Have to admit, when I first received the tip saying that a high school distance runner was hit - and by a deer - during a provincial championship race, well, I started to scratch whatever hair I have left on my head.
I have heard some bizarre stories in high school sports, but this one seemed to have the potential to be right up at the top with others. I was also wondering if someone was trying to set me up. You know, prank stuff. I thought, how could a runner at an Ontario final - in mid day and with hundreds of athletes and spectators and noise - become the victim of a deer assault?
So, I checked and checked. People either didn't want to talk or shrugged their shoulders. Some coaches and teachers only like "good news" and will only find time for a chat when it pertains to a victory or something they see as promising. Well, your dedicated scribe used his investigative skills to get the facts and, eventually to the young girl - a 14-year old grade 9 student from London, Ont.
Here she is, first year of high school, finished fourth in the Western Ontario qualifier and expecting to do well, maybe win a medal at these Ontario run-offs. Instead, she lands up in hospital with a broken collarbone and now has a sling, likely some pain too. We had a nice discussion. Also spoke with her mother, very concerned when the emergency staff called to say that her daughter was, ah, hit by a deer - in a race. Not the kind of call parents like to get.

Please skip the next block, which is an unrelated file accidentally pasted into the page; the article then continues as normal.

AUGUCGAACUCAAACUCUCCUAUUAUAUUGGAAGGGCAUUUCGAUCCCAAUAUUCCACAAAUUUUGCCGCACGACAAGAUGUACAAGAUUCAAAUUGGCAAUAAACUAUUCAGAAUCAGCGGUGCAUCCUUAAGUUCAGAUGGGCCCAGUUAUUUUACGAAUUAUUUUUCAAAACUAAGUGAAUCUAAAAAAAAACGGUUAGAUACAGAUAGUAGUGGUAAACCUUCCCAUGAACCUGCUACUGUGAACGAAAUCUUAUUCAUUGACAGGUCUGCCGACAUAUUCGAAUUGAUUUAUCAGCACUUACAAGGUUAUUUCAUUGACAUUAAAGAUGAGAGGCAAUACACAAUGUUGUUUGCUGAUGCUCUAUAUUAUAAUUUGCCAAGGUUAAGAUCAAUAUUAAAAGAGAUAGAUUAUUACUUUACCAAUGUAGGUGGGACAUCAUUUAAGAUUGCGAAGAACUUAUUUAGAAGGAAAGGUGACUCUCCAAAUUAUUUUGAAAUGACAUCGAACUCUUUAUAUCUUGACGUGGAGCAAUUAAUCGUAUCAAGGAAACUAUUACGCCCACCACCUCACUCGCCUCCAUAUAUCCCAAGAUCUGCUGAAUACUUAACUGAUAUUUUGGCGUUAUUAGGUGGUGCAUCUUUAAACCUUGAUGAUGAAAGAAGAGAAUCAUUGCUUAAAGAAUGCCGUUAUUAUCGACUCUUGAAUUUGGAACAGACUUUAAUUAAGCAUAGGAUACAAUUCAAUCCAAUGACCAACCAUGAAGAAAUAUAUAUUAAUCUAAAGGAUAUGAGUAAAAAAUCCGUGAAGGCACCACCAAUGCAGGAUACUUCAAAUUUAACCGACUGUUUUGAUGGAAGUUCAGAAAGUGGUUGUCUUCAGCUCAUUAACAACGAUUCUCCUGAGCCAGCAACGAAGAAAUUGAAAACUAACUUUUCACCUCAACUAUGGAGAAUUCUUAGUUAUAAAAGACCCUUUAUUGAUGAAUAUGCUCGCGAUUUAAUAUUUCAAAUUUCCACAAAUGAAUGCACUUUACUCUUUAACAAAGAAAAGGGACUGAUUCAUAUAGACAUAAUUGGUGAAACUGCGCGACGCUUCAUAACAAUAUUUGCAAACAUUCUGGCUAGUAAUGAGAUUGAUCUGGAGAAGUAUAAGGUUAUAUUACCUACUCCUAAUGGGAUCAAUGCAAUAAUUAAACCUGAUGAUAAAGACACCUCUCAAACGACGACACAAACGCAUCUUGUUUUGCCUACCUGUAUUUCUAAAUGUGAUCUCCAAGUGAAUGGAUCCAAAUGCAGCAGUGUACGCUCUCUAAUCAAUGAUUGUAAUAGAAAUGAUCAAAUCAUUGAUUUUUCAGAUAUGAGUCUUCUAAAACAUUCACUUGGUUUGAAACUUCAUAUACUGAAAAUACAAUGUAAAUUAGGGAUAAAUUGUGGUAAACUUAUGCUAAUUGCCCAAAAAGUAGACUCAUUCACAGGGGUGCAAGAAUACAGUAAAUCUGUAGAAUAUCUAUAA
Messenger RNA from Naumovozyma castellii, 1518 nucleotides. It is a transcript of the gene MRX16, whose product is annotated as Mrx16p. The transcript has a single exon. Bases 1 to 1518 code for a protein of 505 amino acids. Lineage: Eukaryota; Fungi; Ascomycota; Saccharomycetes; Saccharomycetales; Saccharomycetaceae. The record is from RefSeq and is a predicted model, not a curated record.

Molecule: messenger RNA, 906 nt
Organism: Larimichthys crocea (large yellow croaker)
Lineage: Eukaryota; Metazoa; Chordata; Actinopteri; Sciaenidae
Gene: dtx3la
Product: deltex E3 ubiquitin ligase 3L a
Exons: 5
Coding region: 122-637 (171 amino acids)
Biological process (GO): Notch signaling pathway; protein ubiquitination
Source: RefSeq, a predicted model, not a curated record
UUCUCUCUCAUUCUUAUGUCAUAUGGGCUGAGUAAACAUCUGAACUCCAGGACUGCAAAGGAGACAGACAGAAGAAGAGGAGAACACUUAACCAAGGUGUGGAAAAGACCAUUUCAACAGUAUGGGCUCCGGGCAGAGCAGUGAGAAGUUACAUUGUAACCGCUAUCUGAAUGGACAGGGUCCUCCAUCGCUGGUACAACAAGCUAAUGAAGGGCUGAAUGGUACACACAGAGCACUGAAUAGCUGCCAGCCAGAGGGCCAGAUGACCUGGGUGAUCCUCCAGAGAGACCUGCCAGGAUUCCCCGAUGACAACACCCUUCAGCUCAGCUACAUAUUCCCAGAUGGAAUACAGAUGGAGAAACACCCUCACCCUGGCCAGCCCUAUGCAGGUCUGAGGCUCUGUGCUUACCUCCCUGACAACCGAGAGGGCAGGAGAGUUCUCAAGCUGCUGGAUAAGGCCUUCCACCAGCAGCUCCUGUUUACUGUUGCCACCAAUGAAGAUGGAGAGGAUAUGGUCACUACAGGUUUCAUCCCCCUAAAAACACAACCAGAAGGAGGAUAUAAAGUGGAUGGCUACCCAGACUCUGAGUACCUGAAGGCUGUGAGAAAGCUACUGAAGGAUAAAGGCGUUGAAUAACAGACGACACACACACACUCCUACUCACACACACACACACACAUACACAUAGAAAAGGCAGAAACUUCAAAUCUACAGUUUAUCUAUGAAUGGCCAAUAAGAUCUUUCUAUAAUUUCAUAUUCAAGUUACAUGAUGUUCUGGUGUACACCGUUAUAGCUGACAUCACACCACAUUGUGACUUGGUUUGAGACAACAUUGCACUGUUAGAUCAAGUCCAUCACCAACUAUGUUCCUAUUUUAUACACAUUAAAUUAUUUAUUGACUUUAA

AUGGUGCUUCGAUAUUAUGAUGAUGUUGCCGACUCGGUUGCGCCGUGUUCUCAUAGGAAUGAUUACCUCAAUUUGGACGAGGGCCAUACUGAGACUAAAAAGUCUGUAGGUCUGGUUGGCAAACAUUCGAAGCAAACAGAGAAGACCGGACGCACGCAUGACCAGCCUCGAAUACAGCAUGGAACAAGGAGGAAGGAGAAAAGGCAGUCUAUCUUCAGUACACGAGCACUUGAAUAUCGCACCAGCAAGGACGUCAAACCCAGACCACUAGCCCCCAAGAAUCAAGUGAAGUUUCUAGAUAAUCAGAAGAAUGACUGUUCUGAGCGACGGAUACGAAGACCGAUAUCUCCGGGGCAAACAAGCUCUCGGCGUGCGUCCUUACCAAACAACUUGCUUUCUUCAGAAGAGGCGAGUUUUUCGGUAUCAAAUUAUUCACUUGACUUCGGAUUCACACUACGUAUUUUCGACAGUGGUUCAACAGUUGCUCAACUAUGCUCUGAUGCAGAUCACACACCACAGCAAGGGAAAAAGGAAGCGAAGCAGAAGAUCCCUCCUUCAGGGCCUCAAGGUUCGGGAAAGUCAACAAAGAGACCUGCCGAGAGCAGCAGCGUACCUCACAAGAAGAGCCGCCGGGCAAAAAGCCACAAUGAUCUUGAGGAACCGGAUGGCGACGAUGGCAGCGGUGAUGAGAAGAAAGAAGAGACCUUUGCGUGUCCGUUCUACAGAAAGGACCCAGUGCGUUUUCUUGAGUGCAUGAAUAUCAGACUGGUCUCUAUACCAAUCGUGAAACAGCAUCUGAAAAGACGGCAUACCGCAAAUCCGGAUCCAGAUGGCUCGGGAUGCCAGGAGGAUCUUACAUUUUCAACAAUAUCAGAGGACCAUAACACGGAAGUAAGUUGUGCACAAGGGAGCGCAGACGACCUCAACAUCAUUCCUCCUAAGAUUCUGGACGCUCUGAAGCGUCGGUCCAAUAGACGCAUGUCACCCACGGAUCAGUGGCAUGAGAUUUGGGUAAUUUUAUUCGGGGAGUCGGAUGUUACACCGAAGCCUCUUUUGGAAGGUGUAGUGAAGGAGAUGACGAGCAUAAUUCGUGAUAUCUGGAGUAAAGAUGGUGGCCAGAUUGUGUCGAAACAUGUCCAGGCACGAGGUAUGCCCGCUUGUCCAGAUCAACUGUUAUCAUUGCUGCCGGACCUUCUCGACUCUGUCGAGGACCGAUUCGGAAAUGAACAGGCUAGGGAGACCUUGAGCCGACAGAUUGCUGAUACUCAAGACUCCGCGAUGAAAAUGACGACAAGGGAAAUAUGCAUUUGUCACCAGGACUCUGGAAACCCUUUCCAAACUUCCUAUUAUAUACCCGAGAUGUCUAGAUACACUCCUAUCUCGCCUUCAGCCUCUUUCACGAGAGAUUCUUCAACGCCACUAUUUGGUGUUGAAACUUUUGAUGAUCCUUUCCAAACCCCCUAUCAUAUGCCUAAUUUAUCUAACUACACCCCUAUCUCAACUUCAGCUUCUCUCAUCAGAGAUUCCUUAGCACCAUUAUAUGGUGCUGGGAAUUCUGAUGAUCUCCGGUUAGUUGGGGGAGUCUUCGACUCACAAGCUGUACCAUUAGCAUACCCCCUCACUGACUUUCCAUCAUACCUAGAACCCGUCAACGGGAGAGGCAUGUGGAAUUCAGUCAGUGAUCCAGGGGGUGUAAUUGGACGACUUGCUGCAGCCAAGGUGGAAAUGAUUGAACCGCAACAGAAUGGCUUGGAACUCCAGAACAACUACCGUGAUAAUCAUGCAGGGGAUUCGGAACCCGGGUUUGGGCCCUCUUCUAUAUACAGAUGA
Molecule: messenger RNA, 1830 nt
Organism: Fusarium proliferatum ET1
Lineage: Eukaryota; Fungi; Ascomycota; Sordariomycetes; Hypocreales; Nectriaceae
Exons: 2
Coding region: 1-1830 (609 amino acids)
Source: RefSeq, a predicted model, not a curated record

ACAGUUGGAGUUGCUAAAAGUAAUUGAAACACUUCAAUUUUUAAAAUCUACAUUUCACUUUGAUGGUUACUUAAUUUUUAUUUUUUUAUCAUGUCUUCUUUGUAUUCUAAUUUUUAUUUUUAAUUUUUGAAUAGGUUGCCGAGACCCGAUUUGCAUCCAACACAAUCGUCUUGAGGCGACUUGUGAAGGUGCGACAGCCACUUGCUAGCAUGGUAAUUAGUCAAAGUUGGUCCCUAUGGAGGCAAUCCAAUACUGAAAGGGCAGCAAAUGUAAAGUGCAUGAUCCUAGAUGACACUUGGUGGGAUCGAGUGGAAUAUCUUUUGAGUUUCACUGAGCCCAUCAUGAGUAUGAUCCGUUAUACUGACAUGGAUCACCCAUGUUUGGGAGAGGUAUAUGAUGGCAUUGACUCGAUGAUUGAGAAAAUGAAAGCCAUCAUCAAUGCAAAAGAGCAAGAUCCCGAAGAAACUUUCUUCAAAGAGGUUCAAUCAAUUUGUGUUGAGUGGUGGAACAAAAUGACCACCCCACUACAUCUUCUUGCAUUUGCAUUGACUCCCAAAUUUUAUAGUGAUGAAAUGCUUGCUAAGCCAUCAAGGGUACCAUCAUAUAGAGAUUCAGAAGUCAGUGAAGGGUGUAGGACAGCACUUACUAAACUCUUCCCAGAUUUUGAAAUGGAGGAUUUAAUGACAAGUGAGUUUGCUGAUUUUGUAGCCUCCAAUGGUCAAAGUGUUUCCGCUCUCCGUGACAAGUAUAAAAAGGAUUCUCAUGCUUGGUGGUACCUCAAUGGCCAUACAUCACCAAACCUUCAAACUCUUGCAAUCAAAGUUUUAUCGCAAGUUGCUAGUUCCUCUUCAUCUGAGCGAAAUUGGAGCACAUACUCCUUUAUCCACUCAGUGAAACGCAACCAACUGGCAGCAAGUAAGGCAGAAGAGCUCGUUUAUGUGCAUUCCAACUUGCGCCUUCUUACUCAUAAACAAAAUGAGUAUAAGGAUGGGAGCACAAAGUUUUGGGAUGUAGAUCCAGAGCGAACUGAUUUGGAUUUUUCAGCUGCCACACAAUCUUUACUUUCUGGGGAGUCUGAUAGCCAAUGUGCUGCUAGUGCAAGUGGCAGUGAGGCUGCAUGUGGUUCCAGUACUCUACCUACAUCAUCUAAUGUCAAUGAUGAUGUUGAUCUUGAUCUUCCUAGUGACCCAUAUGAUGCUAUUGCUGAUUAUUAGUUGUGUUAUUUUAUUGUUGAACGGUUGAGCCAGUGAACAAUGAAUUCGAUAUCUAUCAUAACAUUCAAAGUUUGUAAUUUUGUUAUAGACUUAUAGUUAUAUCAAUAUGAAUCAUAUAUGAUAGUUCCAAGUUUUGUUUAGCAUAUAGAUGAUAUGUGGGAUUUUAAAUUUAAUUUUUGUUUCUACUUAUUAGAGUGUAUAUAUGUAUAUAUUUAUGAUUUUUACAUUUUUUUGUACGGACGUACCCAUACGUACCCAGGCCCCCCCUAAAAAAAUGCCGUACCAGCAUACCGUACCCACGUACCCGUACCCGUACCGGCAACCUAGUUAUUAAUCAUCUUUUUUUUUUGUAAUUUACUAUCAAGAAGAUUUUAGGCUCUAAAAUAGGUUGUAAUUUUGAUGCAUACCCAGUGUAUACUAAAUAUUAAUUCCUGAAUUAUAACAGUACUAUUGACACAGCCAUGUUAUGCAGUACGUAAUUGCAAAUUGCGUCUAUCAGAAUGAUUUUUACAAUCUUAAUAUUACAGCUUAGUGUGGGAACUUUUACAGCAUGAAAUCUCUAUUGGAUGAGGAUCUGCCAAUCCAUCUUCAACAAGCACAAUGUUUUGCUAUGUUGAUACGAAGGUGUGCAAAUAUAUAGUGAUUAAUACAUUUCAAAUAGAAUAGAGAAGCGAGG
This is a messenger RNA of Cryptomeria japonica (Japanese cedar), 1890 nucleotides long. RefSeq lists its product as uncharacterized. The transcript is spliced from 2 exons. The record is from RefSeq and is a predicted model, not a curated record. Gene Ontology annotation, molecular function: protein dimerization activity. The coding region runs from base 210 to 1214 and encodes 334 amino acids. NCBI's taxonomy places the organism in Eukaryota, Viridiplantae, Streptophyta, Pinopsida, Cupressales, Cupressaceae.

Cutting around the corner, midway through a 3,000-metre race and having just climbed an exhausting hill, Emma Ashby had a close encounter with - the deer. It saw her running, must have been spooked, ran at and hit her on the side knocking the runner 10 feet. Emma landed on her shoulder.
I started thinking about my car trip to North Bay last March to the Ontario hockey finals and, well, driving on a highway and seeing these animals dart across the road. Contact can be serious stuff.
The good news is Emma is recovering. She has some stories to tell, and likely for a long time to come. She was actually quite concerned about the deer which, apparently looking at the fallen athlete, then left the scene - also without a medal.
On a side note, we're approaching the Holiday Season and the Jim Proudfoot Corner - part of the Star Santa Claus Fund - is a great way to help needy children.